Chickens can come home to roost in Waukee, but not roosters, after approval of an urban chicken ordinance in November.
The Waukee City Council passed the measure, 4-0, allowing chickens on one- and two-family lots. (Councilmember Shelly Hughes was absent.)
It’s a single-gender proposition—six hens maximum, no noisy roosters. According to the Waukee Backyard Chicken page on Facebook, chickens are relatively quiet. Human conversation has a 60-decibel level; chickens peak at 70; barking dogs, 90; crying babies, 110; and squawking parrots, 135.
After filing an application, the ordinance requires completion of an Iowa State University Extension and Outreach online course.
The 21-minute, audio-slide presentation is designed to separate dedicated chicken enthusiasts from wannabes. It includes advice on breeds, their care and feeding, as well as the color of eggs desired. It also details costs—coop, feed, bedding, heat lamps and more.
A short survey follows for certification.
A petition drive previously sought a backyard chicken ordinance in Waukee in 2013, but “kind of died on the vine,” said Brad Deets, Waukee Development Services Director.
A letter to the council then seeking support stated, “Owners of hens prize them as any other pet. Some for their personality, others for their heritage and others for their colors and patterns. Hens, unlike roosters, are friendly, entertaining and quiet… Hens are also part of some citizens’ wish to live a ‘greener’ lifestyle. They readily eat table scraps (keeping them from ending up in landfills), are a natural insect control of lawns, and also provide eggs for the family they live with.”
The latest request began 18 months ago, according to then-councilmember Courtney Clarke. She received 16 emails supporting “urban poultry,” but was “completely against it” at first.
“The more I listened to the people who spoke with us, I realized that a kneejerk reaction was not what was needed,” she said. “We found that a lot more people already had chickens here than we knew, although it was technically not allowed.”
The council asked city staff to devise an ordinance emphasizing responsible ownership—what Clarke called “neighborship.”
A complaint last summer created an enforcement issue, moving matters along. The city generally issues a warning, but an ordinance violation carries a potential fine of up to $750 per day, depending on the discretion of a district court judge.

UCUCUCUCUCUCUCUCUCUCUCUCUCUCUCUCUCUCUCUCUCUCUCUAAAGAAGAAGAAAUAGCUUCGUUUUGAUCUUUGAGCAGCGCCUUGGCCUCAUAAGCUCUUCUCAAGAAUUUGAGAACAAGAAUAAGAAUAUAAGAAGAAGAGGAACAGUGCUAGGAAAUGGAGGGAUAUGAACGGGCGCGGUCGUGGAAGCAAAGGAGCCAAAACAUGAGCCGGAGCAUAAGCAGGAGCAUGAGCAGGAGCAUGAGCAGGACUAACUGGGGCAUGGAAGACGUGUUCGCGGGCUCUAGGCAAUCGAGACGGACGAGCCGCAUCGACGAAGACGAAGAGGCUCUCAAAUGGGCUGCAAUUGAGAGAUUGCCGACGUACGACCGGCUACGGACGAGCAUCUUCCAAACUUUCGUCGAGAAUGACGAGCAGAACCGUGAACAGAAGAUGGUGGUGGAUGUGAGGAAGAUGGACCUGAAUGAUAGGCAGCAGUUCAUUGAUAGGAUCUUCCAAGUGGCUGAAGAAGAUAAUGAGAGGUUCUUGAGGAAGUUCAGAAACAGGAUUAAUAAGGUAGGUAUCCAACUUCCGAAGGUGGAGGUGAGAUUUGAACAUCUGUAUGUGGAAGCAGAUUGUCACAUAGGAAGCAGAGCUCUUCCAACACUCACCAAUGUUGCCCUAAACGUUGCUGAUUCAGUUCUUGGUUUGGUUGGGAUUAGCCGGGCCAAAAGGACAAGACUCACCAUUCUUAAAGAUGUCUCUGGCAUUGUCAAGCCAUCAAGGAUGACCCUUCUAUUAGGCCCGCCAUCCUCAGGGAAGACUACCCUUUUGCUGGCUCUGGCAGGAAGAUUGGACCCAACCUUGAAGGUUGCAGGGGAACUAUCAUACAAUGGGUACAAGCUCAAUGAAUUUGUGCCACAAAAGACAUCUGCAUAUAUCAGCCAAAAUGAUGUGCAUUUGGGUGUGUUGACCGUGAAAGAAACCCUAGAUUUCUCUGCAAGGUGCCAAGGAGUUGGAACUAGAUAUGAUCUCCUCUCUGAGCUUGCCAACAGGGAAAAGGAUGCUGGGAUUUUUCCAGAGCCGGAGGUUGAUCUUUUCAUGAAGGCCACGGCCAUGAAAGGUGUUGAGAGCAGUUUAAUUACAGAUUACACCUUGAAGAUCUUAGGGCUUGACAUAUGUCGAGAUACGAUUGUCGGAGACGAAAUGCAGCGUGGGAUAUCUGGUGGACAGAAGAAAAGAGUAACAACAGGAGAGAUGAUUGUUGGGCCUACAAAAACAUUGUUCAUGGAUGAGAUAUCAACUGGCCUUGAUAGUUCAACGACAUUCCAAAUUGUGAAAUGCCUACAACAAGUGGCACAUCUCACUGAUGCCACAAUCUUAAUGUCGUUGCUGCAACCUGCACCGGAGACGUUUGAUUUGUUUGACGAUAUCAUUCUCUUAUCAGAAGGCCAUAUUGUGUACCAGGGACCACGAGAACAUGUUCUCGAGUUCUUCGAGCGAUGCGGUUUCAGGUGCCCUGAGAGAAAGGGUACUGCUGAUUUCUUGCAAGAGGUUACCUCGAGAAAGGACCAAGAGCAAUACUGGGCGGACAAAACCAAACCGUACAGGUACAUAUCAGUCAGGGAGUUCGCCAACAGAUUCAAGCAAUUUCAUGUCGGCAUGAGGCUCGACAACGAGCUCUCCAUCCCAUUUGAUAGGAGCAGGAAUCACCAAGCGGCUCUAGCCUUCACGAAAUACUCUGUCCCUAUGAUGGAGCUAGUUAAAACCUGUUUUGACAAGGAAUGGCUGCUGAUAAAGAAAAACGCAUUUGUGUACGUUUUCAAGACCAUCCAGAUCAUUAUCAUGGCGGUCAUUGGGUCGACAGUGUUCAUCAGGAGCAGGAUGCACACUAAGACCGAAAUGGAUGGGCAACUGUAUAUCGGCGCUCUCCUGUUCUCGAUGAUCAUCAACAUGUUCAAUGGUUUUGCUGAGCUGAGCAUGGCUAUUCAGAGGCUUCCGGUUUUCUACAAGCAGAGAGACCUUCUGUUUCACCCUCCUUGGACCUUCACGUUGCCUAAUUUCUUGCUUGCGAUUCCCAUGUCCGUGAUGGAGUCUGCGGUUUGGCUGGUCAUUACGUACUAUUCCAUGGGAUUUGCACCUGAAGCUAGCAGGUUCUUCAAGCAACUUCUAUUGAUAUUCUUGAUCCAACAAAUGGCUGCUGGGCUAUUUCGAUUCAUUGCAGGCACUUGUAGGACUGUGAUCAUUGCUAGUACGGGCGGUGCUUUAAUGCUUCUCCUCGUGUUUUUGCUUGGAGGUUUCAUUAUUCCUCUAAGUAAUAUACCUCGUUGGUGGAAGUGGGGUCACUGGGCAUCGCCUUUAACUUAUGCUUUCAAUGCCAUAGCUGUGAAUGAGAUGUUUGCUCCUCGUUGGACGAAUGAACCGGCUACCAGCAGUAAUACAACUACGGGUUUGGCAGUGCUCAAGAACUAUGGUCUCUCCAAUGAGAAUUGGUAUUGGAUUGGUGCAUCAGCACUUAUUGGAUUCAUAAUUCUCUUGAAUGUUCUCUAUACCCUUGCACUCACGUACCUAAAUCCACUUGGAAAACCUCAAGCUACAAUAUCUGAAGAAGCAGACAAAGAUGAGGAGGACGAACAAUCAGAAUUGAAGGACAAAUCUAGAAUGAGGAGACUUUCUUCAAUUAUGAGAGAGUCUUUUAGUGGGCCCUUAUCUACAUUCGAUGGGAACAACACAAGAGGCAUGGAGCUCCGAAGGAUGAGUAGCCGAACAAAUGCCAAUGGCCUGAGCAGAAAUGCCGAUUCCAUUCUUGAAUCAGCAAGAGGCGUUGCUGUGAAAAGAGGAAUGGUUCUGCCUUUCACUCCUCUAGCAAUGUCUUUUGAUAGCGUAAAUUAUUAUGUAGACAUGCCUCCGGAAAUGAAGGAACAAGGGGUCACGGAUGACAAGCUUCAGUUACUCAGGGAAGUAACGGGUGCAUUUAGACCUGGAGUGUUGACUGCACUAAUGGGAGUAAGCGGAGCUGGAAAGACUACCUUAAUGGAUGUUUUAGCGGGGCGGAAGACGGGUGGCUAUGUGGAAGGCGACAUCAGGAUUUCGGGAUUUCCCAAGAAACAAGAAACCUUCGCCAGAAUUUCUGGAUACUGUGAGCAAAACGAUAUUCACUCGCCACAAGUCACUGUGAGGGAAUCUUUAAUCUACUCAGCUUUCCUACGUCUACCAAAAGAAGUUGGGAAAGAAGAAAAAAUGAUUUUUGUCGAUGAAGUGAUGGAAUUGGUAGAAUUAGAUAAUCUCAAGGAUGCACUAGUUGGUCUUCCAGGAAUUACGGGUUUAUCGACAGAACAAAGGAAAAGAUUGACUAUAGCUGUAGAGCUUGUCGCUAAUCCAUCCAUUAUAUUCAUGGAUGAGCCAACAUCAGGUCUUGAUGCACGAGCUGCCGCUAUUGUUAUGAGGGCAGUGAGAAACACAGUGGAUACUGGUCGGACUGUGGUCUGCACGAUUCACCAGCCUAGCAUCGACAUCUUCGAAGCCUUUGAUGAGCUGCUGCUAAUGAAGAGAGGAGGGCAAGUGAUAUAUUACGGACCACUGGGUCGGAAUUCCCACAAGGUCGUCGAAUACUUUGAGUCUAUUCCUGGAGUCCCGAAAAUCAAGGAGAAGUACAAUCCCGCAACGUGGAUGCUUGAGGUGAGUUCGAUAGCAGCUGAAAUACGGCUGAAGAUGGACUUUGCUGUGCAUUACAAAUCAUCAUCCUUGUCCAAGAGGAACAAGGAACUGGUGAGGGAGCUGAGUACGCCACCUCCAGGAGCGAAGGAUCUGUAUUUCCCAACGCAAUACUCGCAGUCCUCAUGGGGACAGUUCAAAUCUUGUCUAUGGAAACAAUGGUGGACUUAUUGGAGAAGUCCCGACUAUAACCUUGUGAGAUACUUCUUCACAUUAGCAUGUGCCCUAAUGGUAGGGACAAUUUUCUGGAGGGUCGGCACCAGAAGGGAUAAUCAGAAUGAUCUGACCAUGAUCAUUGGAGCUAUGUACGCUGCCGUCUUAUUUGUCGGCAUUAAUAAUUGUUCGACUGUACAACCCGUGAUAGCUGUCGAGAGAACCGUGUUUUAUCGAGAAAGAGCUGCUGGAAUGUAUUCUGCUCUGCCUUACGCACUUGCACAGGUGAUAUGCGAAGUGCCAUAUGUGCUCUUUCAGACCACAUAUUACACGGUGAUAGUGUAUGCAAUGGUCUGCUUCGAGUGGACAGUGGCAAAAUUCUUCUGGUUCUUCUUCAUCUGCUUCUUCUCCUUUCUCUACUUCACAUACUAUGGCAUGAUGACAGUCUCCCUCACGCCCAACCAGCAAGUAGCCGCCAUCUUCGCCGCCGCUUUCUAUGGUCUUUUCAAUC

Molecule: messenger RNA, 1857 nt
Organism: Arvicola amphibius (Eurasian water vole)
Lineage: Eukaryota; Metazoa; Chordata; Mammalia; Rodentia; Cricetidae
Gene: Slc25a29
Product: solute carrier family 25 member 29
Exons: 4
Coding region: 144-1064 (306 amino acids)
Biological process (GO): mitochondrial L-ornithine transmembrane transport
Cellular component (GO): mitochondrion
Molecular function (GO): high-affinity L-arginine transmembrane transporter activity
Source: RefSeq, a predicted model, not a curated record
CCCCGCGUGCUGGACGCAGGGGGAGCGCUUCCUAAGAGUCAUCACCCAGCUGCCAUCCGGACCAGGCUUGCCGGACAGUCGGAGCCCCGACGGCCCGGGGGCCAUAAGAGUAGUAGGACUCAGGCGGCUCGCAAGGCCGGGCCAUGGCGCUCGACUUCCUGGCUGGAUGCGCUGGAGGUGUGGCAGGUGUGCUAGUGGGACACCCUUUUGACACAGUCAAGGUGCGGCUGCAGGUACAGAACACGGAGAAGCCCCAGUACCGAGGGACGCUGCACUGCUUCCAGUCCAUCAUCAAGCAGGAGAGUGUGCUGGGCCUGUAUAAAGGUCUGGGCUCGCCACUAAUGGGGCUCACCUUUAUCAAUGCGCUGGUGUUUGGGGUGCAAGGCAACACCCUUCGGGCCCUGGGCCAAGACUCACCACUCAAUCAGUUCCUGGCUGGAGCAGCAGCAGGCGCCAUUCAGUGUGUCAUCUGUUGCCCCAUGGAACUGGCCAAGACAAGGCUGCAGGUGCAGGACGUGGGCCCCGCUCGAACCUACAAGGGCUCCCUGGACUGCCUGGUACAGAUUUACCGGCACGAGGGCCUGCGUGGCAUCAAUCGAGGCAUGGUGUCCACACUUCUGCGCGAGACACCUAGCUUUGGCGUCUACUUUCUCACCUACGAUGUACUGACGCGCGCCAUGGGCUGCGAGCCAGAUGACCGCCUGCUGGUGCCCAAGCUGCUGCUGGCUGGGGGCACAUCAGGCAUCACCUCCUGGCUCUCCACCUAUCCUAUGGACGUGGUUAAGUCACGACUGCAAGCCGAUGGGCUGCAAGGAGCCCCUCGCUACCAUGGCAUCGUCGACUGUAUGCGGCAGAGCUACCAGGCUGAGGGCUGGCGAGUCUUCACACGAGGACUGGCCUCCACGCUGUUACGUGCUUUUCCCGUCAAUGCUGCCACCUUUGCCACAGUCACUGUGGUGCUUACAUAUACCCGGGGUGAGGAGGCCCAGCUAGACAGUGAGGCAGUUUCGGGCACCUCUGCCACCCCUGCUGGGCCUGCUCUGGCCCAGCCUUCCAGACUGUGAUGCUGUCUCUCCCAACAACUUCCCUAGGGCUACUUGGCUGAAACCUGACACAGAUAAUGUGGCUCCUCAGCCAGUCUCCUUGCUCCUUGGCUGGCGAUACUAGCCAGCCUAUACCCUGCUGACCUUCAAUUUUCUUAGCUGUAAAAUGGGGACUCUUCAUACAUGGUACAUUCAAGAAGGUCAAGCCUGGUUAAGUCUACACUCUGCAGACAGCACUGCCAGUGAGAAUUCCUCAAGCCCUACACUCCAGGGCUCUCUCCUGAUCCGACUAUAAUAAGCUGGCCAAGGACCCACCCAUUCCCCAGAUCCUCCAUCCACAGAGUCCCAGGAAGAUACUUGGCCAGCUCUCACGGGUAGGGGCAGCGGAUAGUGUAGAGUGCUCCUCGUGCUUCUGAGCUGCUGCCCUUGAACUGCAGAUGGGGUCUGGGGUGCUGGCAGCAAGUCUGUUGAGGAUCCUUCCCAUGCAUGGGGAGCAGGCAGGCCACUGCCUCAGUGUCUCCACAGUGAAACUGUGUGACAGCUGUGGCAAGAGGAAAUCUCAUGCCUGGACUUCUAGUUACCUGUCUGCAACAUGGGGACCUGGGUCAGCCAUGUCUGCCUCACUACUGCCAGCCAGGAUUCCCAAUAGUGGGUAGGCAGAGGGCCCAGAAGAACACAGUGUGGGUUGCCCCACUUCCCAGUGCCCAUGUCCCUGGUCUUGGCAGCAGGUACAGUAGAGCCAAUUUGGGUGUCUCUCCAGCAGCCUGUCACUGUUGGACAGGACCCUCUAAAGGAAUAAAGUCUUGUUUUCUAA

Meanwhile, Des Moines allows up to 30 birds (on less than an acre), Cedar Rapids, six, and Sioux City, 50. Some nearby cities simply decree “chickens may not run at large.”
Deets said Waukee’s ordinance relied on model ordinances, but its “unique aspect” is the ISU extension course narrated by Christa Hartsook, its small farms coordinator.
“Sometimes people want to get into it and don’t realize all the upkeep it takes,” said Deets..
Hartsook provides plenty to think about.
Chickens can be good pets for children while providing lessons in recycling. Leaves, weeds, food scraps and manure in a bin with bedding can become compost in a small garden.
Factors in choosing a breed include disposition, maximizing egg production and egg color. “Hybridized brown-egg-layers,” Hartsook said, are “docile, quiet, adaptable and incredibly productive.”
Some people buy day-old chicks and others purchase pullets—chicks becoming hens at one year—which should come from reputable hatcheries and have vaccinations for common illnesses.
Then there’s egg color—white, brown, dark chocolate or Easter eggs (pale blue, pink or yellow).
Costs include the coop, heat lamps (preferably with a red bulb), thermometer, waterers and an incubator for chicks raised from scratch.
Waterers need to be easily accessible, but keep young birds from drowning. Heat lamps shouldn’t become fire hazards. The birds will determine the lamp’s height—if clustered together, they’re cold; if scattered, it’s too hot.
Food costs $12 to $15 for 50 lbs., based on type. Chickens will eat about 8 ounces per day, depending on the breed. Pine beddings for litter run around $5 per cubic-foot bale.
Hartsook equates constructing a coop to “Fort Knox in 700 easy steps”—“an impenetrable fortress”—while some prefabricated coops cost $1,500.
Predators must be thwarted. “Almost any animal with a backbone or pointy feet is interested in eating a chicken,” she said.
According to an ISU poll, 92 percent of chicken enthusiasts raise them for eggs; 72 percent for pets; 42 percent for bug control; 38 percent for manure; and 27 percent for meat.
The Centers for Disease Control and Prevention have warned about possibly contracting salmonella. In 2016, 250 chicken and duck hobbyists were hospitalized and one died.
A “large contributing factor,” CDC veterinarian Megin Nichols stated, was people treating birds like pets, kissing or snuggling them and letting them walk around the house.
Poultry can carry salmonella bacteria in their intestines and shed it in their feces. The bacteria attach to feathers and dust and brush off on shoes or clothing.
Prevention is basic: Wash hands thoroughly after handling birds, eggs or nesting materials. Leave shoes worn in a coop outside.
In Waukee, once a backyard chicken application is made, Deets said, a compliance officer will check if things are in place, and annual inspections will take place thereafter.